• When GenomeBrowse filters reads (see the gear button on pile-ups), you can see a "hashed" coverage of the original read depth versus the filtered read depth. IGV has a lot of filter options, but filtered reads are not shown in their coverage view (I believe you can set to still see them as greyed out reads in the pile-up window though).

Here are some pros for IGV

  • IGV allows for log-scale Y axis mode for it's coverage plots. This is help with Chip-Seq and similar experiments where you have very tall peaks you would like to see in log scale.
  • IGV allows for creating and viewing your own reference sequence. (On GenomeBrowse's roadmap)
  • IGV allows viewing BED files (On GenomeBrowse's roadmap)
  • IGV has a lot more options and parameters. I haven't figured out what they all do, but it definitely has been around for longer and built up use cases for a lot of different users.

I'm sure I'm missing more on the IGV side as I'm obviously more of an expert with our own tool, but someone who has more experience with IGV can feel free to edit and append.

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I have tried the latest GenomeBrowse for 10 min or so. I think it can be improved. The first showstopper for me is registration. I know it is more of a personal opinion - I do not like that (usually I would stop if I were asked to fill such a long form just for trying a tool that is supposed to be easy to use). Being unable to import my own reference/annotations is another major drawback. I have seen in your tutorial the responsiveness is quite good, but on your remote exome data (as I cannot import a genome to view my local data), it is very slow. I was just scrolling up and down in a 1kb region. I would think data downloading from your server is not an issue in that case. In addition, if I zoom in/out too much in the pileup view, I will lose the entire view, leaving me a gray area. On zooming, I have not found a way to zoom into a region (I have tried double-click and ctrl/shift-click, but they are not working, at least not always in the way I would expect); I also need finer zooming scale. I think you should allow users to colorize alignments based on mapping quality (IGV highlights mapQ=0 reads, which is not enough for me but is still better than nothing). To me, that is crucial feature - mismapping is a major source of artifact. I have not found an indel, but ideally, you should display the entire inserted/deleted sequence (I know IGV is no better; this is my major complaint about IGV). This helps to see if a false SNP is caused by misalignment around indels. In all, I think GenomeBrowser looks more beautiful and has a few nice features, but overall, IGV is better and faster at my hand.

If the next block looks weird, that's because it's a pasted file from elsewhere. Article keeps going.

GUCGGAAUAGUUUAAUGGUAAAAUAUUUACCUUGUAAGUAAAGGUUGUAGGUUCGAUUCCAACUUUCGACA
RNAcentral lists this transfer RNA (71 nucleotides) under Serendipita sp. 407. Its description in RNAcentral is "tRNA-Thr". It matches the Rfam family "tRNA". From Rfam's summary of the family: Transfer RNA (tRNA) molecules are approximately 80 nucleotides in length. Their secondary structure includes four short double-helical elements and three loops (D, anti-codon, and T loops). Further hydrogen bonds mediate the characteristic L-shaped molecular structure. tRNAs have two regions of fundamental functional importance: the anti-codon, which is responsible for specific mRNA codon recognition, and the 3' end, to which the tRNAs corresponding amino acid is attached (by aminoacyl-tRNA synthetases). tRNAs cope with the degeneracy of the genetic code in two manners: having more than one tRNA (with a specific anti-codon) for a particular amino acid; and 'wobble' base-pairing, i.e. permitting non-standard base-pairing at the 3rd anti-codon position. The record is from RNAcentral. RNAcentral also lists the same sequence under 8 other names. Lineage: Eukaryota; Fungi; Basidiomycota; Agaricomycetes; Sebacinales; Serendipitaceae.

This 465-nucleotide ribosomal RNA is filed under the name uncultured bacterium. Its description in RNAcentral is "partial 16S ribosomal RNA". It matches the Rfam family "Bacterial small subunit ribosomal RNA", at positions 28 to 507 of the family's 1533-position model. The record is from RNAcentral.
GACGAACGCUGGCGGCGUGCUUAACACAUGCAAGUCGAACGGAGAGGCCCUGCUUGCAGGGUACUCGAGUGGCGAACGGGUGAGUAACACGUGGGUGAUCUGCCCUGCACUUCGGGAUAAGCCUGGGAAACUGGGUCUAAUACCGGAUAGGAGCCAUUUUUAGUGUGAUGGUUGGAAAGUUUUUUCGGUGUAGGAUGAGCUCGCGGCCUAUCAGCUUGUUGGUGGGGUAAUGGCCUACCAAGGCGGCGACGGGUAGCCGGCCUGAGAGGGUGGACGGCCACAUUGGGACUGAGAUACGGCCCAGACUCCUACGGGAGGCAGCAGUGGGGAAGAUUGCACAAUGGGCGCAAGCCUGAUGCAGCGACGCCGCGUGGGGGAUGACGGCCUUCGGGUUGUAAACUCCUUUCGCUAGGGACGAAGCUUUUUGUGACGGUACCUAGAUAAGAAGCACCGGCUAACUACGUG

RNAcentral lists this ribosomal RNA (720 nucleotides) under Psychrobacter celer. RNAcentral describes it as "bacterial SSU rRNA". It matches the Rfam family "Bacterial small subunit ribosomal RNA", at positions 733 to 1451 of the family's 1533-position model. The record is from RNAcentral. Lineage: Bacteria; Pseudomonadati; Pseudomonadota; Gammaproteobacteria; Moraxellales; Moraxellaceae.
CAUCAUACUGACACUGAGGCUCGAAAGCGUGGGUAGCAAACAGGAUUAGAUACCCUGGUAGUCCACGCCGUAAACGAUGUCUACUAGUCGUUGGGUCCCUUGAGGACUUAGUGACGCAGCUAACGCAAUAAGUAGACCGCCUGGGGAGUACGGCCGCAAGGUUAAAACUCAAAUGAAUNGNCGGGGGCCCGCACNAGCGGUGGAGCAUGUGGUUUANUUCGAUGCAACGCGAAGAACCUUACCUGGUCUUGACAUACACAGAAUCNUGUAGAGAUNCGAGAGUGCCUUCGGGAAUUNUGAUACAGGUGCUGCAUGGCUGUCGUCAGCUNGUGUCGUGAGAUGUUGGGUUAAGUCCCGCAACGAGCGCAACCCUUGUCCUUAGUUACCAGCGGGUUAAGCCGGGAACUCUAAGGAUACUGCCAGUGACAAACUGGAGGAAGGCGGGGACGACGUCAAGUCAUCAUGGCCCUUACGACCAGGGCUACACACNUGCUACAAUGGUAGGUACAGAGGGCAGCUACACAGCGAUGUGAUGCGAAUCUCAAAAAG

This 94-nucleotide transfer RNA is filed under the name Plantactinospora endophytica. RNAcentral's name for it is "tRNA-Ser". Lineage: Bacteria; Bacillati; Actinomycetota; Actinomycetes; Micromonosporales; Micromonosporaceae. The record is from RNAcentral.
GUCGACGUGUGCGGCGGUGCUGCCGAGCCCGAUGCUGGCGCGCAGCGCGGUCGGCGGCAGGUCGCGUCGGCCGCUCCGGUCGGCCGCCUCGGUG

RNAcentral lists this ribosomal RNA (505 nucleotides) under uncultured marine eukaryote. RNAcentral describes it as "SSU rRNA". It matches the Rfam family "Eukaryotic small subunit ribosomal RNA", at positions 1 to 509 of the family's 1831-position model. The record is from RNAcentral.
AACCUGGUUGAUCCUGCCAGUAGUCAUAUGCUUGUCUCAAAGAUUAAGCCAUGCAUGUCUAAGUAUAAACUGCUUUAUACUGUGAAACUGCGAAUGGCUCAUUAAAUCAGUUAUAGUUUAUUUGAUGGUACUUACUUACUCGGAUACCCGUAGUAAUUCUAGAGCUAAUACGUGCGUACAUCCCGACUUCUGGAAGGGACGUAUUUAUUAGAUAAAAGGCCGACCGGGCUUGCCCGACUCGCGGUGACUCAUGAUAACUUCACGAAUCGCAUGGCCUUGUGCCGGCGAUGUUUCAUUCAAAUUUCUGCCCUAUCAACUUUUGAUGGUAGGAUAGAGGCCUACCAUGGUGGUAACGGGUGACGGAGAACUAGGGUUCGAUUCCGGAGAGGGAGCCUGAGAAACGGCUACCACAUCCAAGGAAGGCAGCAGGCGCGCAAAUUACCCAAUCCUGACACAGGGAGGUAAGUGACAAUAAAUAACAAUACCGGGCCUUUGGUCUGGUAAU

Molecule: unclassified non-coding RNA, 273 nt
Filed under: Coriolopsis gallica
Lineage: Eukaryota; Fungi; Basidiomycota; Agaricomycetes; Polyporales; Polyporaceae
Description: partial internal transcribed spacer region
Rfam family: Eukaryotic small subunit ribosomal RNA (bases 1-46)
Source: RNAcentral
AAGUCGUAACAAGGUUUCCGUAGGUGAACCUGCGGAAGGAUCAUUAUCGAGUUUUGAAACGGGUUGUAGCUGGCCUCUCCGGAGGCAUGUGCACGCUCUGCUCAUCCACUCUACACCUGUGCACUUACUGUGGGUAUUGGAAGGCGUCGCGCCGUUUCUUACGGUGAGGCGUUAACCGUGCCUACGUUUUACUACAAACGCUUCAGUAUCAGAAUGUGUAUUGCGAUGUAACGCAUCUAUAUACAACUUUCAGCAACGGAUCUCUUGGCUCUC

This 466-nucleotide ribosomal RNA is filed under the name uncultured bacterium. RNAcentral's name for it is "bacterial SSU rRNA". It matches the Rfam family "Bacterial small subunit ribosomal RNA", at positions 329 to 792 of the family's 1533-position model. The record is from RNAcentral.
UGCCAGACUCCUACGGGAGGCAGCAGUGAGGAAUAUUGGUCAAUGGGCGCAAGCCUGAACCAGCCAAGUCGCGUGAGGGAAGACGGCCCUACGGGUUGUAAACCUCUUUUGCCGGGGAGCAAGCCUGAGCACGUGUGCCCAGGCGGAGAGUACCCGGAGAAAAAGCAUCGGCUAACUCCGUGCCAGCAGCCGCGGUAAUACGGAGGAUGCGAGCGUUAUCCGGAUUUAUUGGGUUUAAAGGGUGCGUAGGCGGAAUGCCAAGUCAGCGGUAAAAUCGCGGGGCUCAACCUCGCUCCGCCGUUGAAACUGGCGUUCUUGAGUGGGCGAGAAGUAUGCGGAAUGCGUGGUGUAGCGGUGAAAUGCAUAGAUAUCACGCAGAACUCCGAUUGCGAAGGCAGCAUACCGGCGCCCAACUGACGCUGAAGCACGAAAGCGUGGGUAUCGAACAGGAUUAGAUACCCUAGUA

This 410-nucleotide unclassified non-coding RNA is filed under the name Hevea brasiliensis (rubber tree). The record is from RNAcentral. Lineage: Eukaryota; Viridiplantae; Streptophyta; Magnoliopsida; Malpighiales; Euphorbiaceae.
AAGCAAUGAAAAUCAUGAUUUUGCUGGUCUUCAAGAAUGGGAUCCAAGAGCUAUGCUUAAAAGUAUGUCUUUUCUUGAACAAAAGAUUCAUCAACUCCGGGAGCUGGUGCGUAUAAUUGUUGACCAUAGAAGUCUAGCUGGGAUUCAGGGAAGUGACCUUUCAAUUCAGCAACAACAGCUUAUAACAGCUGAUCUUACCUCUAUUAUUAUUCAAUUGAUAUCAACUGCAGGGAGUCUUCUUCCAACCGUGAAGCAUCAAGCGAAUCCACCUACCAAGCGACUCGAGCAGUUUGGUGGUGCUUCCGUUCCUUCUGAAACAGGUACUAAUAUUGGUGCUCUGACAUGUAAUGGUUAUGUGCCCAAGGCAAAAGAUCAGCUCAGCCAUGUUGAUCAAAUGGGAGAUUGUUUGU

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Thanks for the feedback!

For registration, I understand your personal preference. I was much in the same camp once. We have it there for similar reasons why IGV and GATK require registration. The account you create provides a login to our community site as well for example.

In my mind, we are not a full IGV competitor until we have the ability to add your own speicies reference/annotations is drawback. But we felt it was worth getting out the door as many people on human and other model organisms can immediately get value by using it. These features will come.

I'm not sure why you can't view a local BAM file though. Please just follow the prompt to download the human reference the first time you add a human BAM (or really any model organism, we've curated quite a few). I think you won't get a proper experience loading the remote Exome examples otherwise. The performance there is decent but not as good as it could be. I think what you are experience as you zoom is is just the lag while we load quite of bit of data remotely (note the "cylon" bar throbbing on the plot as it loads).

There are two zoom modes, one is click-n-drag to select a region and the other is through the scroll wheel where you can click-n-pan the view. Using the zoom slider is more of a backup to those primary zoom controls.

We do colorize alignments based on mapping quality. MQ=0 reads are grey by default. You can click on the gear in the top left of the pile-up plot and choose different colorized, stacking and filtering options (like filtering out MQ=0 alignments).